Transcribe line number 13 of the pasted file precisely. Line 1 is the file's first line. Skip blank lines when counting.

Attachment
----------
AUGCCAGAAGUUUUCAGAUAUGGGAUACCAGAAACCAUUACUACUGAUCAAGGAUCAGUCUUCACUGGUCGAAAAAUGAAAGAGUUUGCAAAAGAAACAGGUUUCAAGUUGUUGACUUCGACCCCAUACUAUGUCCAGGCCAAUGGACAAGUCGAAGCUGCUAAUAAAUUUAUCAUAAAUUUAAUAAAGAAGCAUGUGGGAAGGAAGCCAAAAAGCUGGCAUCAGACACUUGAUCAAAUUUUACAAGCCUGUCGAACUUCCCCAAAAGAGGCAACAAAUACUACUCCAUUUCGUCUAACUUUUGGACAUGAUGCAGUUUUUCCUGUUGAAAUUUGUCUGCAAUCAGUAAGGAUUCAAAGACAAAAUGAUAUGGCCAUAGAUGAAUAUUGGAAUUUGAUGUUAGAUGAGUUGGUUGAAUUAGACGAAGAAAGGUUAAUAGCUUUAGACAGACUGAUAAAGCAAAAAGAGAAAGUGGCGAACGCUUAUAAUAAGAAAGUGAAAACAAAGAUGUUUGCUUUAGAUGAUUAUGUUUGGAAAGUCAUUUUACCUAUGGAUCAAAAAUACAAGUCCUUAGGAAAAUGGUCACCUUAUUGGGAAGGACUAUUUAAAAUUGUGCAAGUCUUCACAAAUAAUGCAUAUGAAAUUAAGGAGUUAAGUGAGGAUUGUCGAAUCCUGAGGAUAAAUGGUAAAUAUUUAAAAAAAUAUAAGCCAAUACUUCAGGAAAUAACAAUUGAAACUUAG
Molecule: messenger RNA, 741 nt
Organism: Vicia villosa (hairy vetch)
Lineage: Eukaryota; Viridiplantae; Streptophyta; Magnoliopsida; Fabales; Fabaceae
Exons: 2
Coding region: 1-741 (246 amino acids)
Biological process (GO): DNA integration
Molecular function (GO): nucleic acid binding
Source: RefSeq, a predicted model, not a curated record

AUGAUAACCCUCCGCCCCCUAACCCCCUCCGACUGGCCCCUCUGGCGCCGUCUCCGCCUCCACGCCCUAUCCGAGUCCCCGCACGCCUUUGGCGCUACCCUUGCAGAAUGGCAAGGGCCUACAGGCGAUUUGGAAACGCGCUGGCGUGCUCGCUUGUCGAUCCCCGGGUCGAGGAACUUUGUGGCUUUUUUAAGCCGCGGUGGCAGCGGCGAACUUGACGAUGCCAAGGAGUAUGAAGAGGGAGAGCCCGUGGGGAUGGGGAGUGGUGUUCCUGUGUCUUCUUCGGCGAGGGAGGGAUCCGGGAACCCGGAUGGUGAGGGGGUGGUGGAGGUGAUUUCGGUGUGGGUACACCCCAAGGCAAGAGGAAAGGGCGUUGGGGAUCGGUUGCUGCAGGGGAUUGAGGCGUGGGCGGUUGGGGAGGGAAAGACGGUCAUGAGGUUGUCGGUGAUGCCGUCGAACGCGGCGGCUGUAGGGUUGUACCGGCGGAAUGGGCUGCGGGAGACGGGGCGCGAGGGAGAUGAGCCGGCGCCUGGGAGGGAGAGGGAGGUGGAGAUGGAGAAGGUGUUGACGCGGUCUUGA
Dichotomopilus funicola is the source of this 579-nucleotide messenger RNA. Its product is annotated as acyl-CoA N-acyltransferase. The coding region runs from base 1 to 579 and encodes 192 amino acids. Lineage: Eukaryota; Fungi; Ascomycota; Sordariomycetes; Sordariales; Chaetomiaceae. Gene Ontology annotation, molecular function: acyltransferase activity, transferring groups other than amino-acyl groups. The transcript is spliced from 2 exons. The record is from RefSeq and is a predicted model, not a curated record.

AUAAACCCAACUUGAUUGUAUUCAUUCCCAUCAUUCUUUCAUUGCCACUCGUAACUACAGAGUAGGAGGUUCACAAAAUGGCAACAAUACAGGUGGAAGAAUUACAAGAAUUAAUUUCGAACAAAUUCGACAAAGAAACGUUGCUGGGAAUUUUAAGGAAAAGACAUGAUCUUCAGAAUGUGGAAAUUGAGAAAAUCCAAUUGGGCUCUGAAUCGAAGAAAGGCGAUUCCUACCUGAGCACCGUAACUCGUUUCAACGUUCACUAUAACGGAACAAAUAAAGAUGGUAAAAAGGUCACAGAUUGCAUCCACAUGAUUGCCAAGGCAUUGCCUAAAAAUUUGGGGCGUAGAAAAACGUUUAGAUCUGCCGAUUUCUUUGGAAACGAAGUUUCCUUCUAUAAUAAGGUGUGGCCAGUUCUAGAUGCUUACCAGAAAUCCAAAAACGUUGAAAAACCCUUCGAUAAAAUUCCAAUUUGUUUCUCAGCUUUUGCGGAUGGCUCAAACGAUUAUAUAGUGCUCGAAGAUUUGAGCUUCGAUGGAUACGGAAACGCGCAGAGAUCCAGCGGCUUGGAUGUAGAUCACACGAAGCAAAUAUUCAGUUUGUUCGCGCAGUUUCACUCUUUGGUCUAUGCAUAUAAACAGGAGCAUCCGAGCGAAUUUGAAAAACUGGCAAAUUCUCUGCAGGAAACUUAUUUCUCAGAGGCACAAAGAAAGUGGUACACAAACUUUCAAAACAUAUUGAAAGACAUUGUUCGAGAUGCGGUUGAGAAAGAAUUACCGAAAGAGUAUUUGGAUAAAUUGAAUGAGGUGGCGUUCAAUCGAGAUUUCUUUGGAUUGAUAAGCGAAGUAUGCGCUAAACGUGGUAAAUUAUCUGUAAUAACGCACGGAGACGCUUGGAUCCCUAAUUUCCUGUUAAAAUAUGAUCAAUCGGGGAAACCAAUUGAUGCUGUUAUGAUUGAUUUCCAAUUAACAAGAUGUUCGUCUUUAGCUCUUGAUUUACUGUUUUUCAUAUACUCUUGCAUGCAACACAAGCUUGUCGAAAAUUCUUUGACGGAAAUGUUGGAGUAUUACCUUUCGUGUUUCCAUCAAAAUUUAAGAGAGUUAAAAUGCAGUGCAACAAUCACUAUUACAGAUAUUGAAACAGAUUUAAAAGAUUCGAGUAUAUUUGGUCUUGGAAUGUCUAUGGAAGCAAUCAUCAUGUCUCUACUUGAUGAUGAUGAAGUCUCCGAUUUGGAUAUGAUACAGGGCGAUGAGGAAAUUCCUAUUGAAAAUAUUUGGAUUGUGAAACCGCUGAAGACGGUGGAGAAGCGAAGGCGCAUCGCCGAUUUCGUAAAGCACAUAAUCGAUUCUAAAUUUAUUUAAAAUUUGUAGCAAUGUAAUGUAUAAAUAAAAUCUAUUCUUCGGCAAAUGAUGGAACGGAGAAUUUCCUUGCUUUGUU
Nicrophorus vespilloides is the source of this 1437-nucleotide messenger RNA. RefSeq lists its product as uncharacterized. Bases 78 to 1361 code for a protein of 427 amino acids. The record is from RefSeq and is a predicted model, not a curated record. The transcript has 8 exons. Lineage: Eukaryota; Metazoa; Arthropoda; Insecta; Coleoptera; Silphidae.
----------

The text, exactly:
Nicrophorus vespilloides is the source of this 1437-nucleotide messenger RNA. RefSeq lists its product as uncharacterized. Bases 78 to 1361 code for a protein of 427 amino acids. The record is from RefSeq and is a predicted model, not a curated record. The transcript has 8 exons. Lineage: Eukaryota; Metazoa; Arthropoda; Insecta; Coleoptera; Silphidae.